While some victims recover from a moderate or severe TBI, most victims experience long-lasting or permanent impairments that challenge their ability to return to their former life. Moderate or severe brain injuries usually have a dramatic impact on employability. A moderate or severe brain injury may have a lasting impact on speech, vision, balance, memory, concentration, and reasoning. 

Impact of Traumatic Brain Injuries on Employment

A 2019 study published in the medical journal Brain Injury found that more than half of injury victims who sustained a moderate or severe TBI were not able to work after they were injured. While a significant percentage of TBI victims were able to find employment at some point, only a third were able to return to their own jobs.

Vocational rehabilitation, occupational therapy, psychological counseling, and continuing neurological treatment help many TBI victims regain the ability to be employed, although it may take time to achieve a favorable outcome. Studies show that only about 35% of victims are working after one year. That statistic improves to 42% within 5 years after the injury. 

Over the course of a lifetime, the study found that almost half of TBI victims were performing some kind of work. The work was often quite different from their previous employment. Victims of a TBI might have no choice but to work in a job that is specifically tailored to workers who suffer from cognitive impairments.

Traumatic Brain Injuries and Vocational Experts

Vocational experts review medical evidence and rely on doctor’s opinions to gauge the extent of a TBI victim’s disability. They also interview the victim, family members, and caregivers to learn about the victim’s limitations. They examine the victim’s employment history and consider whether the victim will be able to return to the same work that is within the victim’s training and experience. Vocational experts consider whether job accommodations are available, and whether employers are capable of providing accommodations, that would permit a return to former employment.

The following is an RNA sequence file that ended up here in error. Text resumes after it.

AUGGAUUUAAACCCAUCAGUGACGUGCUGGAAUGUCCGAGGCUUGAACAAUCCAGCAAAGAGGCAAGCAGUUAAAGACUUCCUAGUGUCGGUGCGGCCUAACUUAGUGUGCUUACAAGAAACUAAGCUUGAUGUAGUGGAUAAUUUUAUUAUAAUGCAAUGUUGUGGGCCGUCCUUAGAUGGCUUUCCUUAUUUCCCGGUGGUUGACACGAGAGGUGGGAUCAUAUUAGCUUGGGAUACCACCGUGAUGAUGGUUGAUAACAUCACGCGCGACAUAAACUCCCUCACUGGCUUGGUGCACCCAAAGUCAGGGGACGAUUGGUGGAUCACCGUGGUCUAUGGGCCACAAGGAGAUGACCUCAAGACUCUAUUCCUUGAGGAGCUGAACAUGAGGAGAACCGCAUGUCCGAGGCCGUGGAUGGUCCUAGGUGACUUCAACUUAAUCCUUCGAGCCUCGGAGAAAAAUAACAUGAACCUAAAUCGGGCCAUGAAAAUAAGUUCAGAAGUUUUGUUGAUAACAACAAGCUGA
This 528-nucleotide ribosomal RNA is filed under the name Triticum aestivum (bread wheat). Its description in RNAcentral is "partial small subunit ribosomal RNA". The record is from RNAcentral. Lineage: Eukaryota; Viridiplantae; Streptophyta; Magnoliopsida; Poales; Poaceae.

If limitations rule out a return to former employment, vocational experts assess the victim’s ability to perform other kinds of employment. After identifying the kind of jobs that the victim will be able to perform in the future, the vocational expert determines whether those jobs are available in the labor market within the geographic area where the victim resides. That data provides the basis for estimating the victim’s loss of earning capacity in the near-term and over the victim’s lifetime.

Traumatic Brain Injuries and Life Care Planning

The expense of coping with a life-changing injury is another component of damages that should be awarded to a TBI victim. Those damages can be substantial.

Injury victims are entitled to compensation that will help them resume the quality of life they enjoyed before the injury, or a changed life of equivalent quality. To get back to work, a TBI victim may need vocational training. If a brain injury affects the ability to prepare meals, go shopping, or get dressed, the victim will need assistants who can perform those tasks. A TBI victim may need a money manager, a speech therapist, and ongoing medication. In some cases, the victim might best be served by living in a residential care facility.

All of those needs come at a cost. Life care planners anticipate those needs and project a cost that injury lawyers can include in a settlement demand or as evidence at trial.